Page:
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Key Takeaways:

  • One of the simplest ways to teach children gratitude is by modeling it. Express gratitude out loud and always say thank you.
  • Make gratitude a fun learning experience by getting creative with cards, collages, jars, and other artwork.
  • Increase appreciation by limiting materialism. Focus on experiences—not tangible gifts.

Saying “thank you” is one of the earliest social rules parents impart to their children. However, raising a grateful child can pose a challenge. After all, most children are preoccupied with getting what they want—not necessarily the “thanks” that should come afterward.

Thus, learning how to teach kids to be grateful in a fun and engaging way is essential in shaping a well-rounded child who earns their keep. Here are nine ways to impart gratitude skills to your child.

How to Teach Kids to Be Grateful

Studies show that grateful children are happier [*]. Still, saying “thank you” doesn’t always come naturally. Here are a few tips for teaching children to be grateful.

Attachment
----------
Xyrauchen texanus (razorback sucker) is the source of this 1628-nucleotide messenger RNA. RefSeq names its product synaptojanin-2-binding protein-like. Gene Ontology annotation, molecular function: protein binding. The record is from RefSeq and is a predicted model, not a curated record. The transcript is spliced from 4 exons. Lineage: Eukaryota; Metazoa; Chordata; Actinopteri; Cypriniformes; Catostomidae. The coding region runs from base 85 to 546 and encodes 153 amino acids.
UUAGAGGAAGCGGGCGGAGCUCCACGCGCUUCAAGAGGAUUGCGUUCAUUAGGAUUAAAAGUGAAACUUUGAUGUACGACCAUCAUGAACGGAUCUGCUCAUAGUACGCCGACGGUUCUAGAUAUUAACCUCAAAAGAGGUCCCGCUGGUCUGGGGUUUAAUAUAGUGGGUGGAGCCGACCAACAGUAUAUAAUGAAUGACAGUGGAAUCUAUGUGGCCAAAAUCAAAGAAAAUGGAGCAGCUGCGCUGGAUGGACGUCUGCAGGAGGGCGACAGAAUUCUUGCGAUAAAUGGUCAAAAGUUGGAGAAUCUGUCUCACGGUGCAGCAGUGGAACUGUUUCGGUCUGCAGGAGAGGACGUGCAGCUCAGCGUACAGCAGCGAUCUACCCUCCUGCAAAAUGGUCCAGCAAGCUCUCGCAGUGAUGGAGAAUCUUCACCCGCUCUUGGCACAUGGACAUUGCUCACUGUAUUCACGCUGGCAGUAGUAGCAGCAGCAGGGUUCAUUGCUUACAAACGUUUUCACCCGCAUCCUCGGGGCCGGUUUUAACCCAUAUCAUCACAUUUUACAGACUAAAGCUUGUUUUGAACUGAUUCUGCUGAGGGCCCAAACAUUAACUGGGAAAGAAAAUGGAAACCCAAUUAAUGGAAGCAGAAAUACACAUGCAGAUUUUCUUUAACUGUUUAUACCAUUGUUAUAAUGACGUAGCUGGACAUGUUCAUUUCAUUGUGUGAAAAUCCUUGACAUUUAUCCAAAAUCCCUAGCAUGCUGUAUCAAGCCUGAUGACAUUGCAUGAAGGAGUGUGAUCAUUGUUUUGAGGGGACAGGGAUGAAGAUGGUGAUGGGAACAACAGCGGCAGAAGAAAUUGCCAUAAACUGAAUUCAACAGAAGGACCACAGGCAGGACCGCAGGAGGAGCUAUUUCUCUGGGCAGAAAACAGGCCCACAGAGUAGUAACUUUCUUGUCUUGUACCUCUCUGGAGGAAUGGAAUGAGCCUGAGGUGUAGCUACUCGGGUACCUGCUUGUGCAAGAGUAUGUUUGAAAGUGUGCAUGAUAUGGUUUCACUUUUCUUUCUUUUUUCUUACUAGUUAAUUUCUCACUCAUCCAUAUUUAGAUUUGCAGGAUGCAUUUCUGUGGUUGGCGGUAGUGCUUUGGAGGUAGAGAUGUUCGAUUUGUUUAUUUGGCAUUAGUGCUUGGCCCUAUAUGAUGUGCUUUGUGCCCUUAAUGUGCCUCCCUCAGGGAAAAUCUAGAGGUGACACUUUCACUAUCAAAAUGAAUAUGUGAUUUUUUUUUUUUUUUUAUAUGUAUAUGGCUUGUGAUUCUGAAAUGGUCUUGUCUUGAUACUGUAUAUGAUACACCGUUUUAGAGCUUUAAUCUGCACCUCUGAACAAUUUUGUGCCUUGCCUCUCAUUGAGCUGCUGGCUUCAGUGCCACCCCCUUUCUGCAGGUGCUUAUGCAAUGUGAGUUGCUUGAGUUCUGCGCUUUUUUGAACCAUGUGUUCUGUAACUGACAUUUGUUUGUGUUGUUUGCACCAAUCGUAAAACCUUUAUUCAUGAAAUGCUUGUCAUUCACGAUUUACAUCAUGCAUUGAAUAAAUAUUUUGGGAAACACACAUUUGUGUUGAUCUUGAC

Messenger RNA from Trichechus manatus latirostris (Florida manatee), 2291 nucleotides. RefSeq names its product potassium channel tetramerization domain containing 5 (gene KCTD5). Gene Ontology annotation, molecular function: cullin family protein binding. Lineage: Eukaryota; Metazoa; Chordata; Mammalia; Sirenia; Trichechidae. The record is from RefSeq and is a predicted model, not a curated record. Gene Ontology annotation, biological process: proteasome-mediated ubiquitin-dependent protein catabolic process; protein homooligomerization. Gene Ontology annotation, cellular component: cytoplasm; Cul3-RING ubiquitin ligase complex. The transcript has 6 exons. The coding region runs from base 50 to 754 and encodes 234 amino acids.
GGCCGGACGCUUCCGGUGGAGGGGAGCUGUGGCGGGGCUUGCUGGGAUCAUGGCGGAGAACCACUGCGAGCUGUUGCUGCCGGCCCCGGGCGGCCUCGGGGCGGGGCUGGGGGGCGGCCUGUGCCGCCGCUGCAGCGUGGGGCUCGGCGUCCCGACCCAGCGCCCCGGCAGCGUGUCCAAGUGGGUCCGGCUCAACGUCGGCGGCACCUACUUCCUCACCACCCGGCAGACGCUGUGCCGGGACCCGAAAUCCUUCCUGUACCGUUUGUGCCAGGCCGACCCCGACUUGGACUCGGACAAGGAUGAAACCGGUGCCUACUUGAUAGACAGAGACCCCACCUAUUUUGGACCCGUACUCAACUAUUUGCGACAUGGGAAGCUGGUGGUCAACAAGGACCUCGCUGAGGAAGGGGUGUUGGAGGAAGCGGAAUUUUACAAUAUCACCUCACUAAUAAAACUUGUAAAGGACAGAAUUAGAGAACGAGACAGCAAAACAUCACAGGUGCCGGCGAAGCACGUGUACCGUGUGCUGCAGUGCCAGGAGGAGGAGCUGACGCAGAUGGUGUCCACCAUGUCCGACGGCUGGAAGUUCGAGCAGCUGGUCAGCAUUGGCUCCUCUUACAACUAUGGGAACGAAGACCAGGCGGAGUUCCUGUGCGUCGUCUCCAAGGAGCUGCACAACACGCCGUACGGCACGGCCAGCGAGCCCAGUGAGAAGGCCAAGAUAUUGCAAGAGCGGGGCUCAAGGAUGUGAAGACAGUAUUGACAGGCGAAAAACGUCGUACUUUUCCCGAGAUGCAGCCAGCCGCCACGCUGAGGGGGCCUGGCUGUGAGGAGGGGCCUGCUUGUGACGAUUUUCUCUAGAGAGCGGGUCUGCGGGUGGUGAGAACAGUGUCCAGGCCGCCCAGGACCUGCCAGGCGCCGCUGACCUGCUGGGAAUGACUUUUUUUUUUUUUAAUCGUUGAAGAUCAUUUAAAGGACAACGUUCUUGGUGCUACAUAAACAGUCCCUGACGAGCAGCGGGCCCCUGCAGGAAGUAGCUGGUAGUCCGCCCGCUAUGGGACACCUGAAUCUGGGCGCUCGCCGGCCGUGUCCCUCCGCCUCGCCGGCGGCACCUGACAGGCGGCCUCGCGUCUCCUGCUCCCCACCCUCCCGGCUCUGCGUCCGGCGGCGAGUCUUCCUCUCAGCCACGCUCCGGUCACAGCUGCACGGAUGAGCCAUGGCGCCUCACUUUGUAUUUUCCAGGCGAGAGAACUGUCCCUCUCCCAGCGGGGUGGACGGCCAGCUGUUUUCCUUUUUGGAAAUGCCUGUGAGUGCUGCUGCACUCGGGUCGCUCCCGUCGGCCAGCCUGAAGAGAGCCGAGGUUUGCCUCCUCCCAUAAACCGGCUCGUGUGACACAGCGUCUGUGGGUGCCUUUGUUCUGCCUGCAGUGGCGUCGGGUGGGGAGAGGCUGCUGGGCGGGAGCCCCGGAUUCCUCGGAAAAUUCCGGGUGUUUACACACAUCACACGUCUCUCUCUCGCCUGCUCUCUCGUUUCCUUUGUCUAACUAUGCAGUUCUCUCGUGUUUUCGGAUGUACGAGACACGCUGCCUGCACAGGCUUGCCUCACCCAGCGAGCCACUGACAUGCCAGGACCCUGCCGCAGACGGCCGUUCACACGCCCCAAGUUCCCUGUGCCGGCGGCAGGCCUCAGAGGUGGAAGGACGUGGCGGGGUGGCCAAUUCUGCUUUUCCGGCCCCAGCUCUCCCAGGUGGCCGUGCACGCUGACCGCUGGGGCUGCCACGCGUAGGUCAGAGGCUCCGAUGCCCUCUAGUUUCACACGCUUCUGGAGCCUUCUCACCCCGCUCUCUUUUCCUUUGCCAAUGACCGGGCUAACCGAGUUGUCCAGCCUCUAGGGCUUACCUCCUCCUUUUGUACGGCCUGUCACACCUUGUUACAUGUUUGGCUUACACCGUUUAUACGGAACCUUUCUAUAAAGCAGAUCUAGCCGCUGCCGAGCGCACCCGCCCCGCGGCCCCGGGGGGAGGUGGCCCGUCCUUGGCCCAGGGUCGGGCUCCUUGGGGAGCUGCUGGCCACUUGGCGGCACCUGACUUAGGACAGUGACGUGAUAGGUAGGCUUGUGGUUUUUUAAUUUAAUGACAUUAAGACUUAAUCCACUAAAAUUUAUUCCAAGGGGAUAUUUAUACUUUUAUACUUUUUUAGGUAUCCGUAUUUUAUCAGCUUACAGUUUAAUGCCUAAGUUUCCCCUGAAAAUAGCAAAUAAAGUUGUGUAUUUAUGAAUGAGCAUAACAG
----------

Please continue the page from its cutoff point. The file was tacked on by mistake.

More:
1. Model gratitude

Children take after their parents’ habits. They learn best by mimicking what their caregivers say and do. Actively practicing outward appreciation may inspire your child to do the same.

For example, when enjoying an afternoon at the playground, you can say, “Wow! What a beautiful day to be outdoors. Isn’t it wonderful that we get to do this?” Another excellent setting for modeling gratitude is the shopping mall. When you’re in line at the checkout counter, tell your child, “Isn’t it great that we found all your favorite ingredients? How lucky we are to share your favorite meals!”

Always say “please” and “thank you” to others to encourage this natural habit in your child.

2. Practice daily gratitude

Practicing gratitude need not come in the form of words. If your child isn’t comfortable expressing their gratitude out loud, you can reinforce daily appreciation through other methods, such as giving someone a thumbs up, shooting a smile, or writing a card.

When walking your child to school or the park, try a gratitude walk. As you take in your surroundings, reflect on the things you can see, hear, touch, and smell that you are grateful for. For instance, your child might say they are grateful for the smell of flowers or the sound of birds chirping.